Dixit Writing Challenge Day 10-13

Day 10

This card depicts a boy on a horse about to ride a rainbow over a canyon

Moving forward is never easy. Somewhere over the rainbow is a dangerous place to go, and even if the grass is greener on the other side, you can’t help look back. They say not to, but maybe turning into salt is better than a lifetime with an inner chasm, knowing you can never return because the bridge had dissipated and you’ve grown too big to fit in the cracks in your old house.

Forward is the only option now, and it’s a leap of faith. Rainbows are nothing but fractured light anyway, so who’s to say this life thing isn’t all an illusion? The forest is darker when you arrive, even though you already knew that. Someone left a lamp for you, but it still only lights a few steps ahead and it had a tendency to flicker out. There’s an awful loneliness about going forward. No matter how many people have done it before, you always seem to be cutting a new path. And you always left some part of you across the chasm, forever waving goodbye.

Day 11

This card depicted a woman with an aquarium for a skirt. The result of my free write led me into a nonfiction piece about the Midsummer Festival in Lithuania, which merits its own post in a few days, so in the meantime:

Day 12

This card depicts a purse with a face like the cookie monster. It’s one of my favorite free writes this challenge has pulled out of me.

My purse is a monster! This morning, I thought I would use it to carry my lunch, my water bottle, notebook, lipstick, glasses, sunglasses, pen, pencil, and half a bar of chocolate. I think it was the chocolate that did it. Now my purse is eating my life! As I walked out the door, it sprang to life and swallowed the doorknob. It tried to take the entire door, but I ripped it away just in time.

I don’t know how I’ll get back into my apartment now. I tried to open my car, but it ate my keys, so I walked to work, my purse snacking the whole way there. It ate grass clippings, donuts, coffee from the hands of passersby, the hands of passersby, fruit stands. I’m sorry ma’am! I didn’t take your dry cleaning, my purse ate it.

It ate my neighbor’s cat, my boss’s car, and it’s still hungry. I can’t bring it into work with me. It might eat my co-workers, my boss. Well, that might not be so bad… I’m afraid to give anything back. If I reach down it, my purse might take my arm off. I think I’ve got a solution. I will feed it my paycheck, the source the holes in all my pockets. It worked! My purse has burned up. Of course, now I don’t have a purse… or a paycheck.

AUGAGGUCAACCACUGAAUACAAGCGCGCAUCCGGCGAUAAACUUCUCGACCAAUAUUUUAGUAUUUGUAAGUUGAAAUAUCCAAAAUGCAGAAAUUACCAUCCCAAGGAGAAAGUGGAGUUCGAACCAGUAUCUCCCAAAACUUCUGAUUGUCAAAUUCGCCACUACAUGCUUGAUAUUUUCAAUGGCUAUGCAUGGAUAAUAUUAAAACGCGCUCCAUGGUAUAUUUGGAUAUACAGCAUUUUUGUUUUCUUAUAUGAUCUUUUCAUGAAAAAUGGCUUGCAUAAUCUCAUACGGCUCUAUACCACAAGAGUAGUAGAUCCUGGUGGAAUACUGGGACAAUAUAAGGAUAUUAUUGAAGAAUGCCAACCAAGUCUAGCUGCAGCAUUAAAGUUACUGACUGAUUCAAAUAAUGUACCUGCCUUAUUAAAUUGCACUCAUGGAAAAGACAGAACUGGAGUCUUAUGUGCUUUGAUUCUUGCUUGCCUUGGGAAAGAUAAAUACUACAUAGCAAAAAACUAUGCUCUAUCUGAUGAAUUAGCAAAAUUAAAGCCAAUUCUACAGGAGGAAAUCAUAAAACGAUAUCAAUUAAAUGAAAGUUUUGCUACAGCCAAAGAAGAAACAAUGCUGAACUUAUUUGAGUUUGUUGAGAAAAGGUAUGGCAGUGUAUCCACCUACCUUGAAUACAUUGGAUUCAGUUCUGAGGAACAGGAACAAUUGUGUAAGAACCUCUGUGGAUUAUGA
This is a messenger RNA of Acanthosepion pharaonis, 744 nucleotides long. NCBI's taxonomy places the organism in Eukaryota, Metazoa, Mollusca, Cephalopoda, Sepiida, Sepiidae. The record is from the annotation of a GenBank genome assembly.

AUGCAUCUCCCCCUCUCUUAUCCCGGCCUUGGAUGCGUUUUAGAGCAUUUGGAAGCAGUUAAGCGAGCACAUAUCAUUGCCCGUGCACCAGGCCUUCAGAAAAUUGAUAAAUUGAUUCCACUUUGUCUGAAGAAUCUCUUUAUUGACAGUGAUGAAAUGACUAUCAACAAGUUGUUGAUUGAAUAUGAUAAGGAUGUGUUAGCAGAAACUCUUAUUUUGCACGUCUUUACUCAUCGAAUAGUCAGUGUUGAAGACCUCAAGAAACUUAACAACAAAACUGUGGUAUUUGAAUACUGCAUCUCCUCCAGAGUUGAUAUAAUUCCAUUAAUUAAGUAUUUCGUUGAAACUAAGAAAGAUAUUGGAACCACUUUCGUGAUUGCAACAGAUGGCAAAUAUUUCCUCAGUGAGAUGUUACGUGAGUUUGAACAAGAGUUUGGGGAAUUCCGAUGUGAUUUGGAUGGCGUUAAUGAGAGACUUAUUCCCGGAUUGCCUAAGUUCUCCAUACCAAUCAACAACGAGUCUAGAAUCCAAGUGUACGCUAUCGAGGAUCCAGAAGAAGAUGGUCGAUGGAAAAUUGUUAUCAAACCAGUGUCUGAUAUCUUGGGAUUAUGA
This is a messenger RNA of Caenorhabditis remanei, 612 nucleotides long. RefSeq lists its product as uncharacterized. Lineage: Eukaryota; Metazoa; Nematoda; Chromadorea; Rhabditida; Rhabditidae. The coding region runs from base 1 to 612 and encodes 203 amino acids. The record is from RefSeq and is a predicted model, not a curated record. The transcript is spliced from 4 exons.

Day 13

This card depicts a daisy ripping off its petals.

I love me, I love me not. Some days, I can’t decide, so I will pull my petals out trying to remember. You’d think it would hurt to tear myself apart, going bald in search of self love. It doesn’t hurt anymore. I’m so used to little girls picking my apart like a daisy that I thought I would get ahead of them by trying it myself. Nothing hurts anymore. The pinch as my petals fall away is nothing compared to the weathering of the wing. The coming storm is a blessing. It washes over the sore spots on my face.

Dixit Writing Challenge Day 9: Trophy Wife

Today’s card has a cat gazing up at a bride and groom in a cage hanging in the night sky. My piece ended up containing references to several Sherlock Holmes stories, in particular, my favorite, “The Case of the Dancing Men.”

Trophy Wife
I married into a cage, trying to escape the monster in the shadows. I thought you loved me when you went in search of a code cracker to find the key to my heart. Then you hung it on the wall, just out of reach and drew blue chalk bars around me. You turned my family into a parade of dancers and hoisted me into the air to watch them by moonlight. When my brother looked up, you painted over the windows so they wouldn’t see me. It only takes a brick to break a pan of glass, but I wanted to shatter more than the trophy case you locked me in.

Dixit Writing Challenge Day 8: The Red House

Today’s card has a guy on a park bench reading a newspaper under a sky full of letters. The piece ended up coming out of this and talking to my friend about memories of the first house I lived in. It’s got more Neverland imagery, but I also felt a Shel Silverstein “Where the Sidewalk Ends” vibe in it (except “where the sidewalk ends” means something completely different in this context.)

The Red House
You cannot capture the Neverland. Its magic is so great the words fly off the page. How I’d like to fly with those letters, to chase them down a river of paint to the home of blackberry memories. I’ll come in through window at the top of the pumpkin house. Our faithful tree still waits for us, its branches dry and brittle. I hit my head on the door frame climbing down the grass stairs. This place used to seem so big. It had portals in the back yard, but someone bricked up the gate, so I take the caterpillar train back out of town.

The turtles have grown up and now their grandchildren run the pump, and they won’t let me have a drink. So I wait until their backs are turned and try to sway it with my words, but once I get the rusted thing on, it won’t turn off. The ditch fills and the water rises in the streets. As it reaches my knees, I search for an escape. My old spider web ladder hangs from one of the trees, but now it just sticks to me. Funny, the powers you lose when you leave the Neverland. Angry at my disobediance, the turtles drag me into the ditch I fight them off with boards from the broken swing, and finally resurface on the sidewalk, surrounded by chalk pictures, melting in the rain.

Dixit Writing Challenge Day 6 & 7: Sibling Rivarly

So, yesterday’s card had a couple playing chess with each other. My favorite part of this card is that their table and chairs are on black and white tile floor, like a chess board. But yesterday, I was busy looking into the possibility of getting a new car, so I didn’t get much time to do a free-write on it. Fortunately, today’s card has a stack of books and a fairy, and games and books have been themes in a poem I’ve been working on for a while, so I went straight to that. This is not anywhere close to done, and I don’t know where it’s going. But there are several parts I like: